Like any other multi-user system, UNIX requires some care and feeding. Essential System Administration tells you how. This book strips away the myth and confusion surrounding this important topic and provides a compact, manageable introduction to the tasks faced by anyone responsible for a UNIX system. We have organized it so that you can find what you need to know easily, without wading through pages of extraneous information.If you use a stand-alone UNIX system, whether it's a PC or a workstation, you know how much you need this book: on these systems the fine line between a user and an administrator has vanished. Either you're both or you're in trouble. If you routinely provide administrative support for a larger shared system or a network of workstations, you will find this book indispensable. Even if you aren't directly responsible for system administration, you will find that understanding basic administrative functions greatly increases your ability to use UNIX effectively.Topics covered include:
Starting your system and shutting it down.
Organizing and planning filesystems.
Adding new users.
Planning and performing backups.
Restoring lost files from a backup tape.
Setting up mail service.
Setting up a printer and the spooling system.
Setting up the accounting system.
Managing UNIX processes.
Adding new terminals and disk drives.
Covers all of the major versions of UNIX, including SunOS, XENIX, System V.3 and V.4, and AIX.
Our look is the result of reader comments, our own experimentation, and feedback from distribution channels. Distinctive covers complement our distinctive approach to technical topics, breathing personality and life into potentially dry subjects.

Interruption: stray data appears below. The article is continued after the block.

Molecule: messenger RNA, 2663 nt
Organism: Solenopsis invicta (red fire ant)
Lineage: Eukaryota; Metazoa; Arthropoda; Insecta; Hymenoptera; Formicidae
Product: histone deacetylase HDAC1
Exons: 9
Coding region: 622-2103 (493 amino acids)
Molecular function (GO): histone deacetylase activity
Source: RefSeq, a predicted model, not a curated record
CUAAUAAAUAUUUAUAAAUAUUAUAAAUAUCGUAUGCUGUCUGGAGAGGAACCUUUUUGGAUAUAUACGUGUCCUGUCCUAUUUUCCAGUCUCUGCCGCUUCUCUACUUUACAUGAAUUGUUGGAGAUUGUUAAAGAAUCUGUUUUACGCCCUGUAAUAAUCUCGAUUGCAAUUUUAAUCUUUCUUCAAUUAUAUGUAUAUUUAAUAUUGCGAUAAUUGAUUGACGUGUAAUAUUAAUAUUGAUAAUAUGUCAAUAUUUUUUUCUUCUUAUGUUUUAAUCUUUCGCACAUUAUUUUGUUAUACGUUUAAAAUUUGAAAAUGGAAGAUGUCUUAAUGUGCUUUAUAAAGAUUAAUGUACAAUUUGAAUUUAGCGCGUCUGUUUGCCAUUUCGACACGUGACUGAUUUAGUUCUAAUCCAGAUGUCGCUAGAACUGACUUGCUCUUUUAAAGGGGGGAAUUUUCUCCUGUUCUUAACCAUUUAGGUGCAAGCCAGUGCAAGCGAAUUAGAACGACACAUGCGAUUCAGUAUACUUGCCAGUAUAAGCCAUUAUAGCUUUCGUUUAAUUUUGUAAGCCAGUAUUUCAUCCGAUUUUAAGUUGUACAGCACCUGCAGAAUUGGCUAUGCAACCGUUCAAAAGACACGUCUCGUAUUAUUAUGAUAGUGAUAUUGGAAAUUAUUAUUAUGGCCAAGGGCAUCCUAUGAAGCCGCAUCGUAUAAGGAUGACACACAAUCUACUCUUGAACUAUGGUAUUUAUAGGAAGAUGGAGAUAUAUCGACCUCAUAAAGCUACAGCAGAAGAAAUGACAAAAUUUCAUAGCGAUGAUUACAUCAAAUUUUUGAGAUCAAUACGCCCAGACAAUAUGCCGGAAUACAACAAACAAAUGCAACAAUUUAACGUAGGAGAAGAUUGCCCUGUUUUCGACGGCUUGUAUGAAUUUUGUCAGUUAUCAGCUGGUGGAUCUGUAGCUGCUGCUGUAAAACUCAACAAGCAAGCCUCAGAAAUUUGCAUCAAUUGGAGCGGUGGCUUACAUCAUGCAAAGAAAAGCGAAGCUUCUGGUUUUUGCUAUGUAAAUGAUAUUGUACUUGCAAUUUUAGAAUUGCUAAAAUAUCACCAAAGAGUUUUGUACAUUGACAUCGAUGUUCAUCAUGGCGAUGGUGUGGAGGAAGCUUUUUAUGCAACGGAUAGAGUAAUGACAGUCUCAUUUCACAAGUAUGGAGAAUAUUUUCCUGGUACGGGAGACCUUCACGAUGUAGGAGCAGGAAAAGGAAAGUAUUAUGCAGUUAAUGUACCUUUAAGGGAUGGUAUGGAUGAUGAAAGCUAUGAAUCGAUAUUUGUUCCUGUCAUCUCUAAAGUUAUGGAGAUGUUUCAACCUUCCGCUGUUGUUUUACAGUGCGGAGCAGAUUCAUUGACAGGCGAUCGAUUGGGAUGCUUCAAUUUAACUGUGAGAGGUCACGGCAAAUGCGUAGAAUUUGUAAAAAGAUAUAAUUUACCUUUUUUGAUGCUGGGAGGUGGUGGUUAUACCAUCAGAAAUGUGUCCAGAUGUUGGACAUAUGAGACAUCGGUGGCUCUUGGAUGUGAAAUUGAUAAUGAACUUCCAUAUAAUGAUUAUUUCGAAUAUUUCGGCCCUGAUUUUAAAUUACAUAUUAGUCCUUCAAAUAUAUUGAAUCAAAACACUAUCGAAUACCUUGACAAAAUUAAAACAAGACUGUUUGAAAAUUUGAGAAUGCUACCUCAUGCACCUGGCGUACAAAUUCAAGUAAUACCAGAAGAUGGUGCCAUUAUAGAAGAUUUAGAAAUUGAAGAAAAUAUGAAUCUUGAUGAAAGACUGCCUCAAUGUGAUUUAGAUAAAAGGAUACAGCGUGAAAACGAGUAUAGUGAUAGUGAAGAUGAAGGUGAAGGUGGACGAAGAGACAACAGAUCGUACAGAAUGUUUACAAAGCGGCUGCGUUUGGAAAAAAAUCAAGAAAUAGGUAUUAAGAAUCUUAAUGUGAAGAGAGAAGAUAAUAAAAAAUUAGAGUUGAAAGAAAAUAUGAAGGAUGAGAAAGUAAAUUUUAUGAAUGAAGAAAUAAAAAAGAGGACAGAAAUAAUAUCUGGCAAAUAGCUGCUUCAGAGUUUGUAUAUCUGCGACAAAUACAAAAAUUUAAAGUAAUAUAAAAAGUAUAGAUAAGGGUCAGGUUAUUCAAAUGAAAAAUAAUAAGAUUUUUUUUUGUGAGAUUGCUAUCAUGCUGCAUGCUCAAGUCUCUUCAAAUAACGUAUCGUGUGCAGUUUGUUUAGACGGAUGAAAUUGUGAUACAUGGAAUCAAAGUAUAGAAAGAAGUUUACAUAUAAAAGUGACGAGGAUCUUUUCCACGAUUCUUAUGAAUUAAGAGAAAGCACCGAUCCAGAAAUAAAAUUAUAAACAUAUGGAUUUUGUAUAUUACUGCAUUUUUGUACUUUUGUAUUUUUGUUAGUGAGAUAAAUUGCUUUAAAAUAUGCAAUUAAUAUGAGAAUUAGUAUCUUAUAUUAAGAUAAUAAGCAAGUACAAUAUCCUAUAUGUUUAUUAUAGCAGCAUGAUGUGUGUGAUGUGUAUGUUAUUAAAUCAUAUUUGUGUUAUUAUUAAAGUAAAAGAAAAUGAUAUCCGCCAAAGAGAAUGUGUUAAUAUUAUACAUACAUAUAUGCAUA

The animal featured on the cover of Essential System Administration is an armadillo. This insect-eating mammal is native to South America and has spread through the southern United States. Unlike most insectivores, the armadillo has teeth--rootless pegs set far back in its mouth. These teeth allow it to supplement its diet of termites, scorpions and other insects with snakes, poultry, fruit, and eggs.
The armadillos name, "little armored thing," was given to it by the Spanish when they invaded the New World. This "armor" is an outer layer consisting of numerous bony plates with a horny covering. This shell is hinged at the middle of the back, allowing the front and hind sections freedom of movement. In some species, this covering extends over the face and tail as well as the torso and limbs.
Armadillos range in size from the great armadillo, at 5 feet in length, to the fairy armadillo at 5 inches. The most common of the armadillos, the 9-banded armadillo, is about the size of a house cat.
UNIX and its attendant programs can be unruly beasts. Nutshell Handbooks(R) help you tame them.
Edie Freedman designed this cover and the entire UNIX bestiary that appears on other Nutshell Handbooks. The beasts themselves are adapted from 19th-century engravings from the Dover Pictorial Archive.
The text of this book is set in Times Roman; headings are Helvetica; examples are Corier. Text was prepared using SortQuadUs sqtroff text formatter. Figures are produced with a Macintosh. Printing is done on a Tegra Varityper 5000.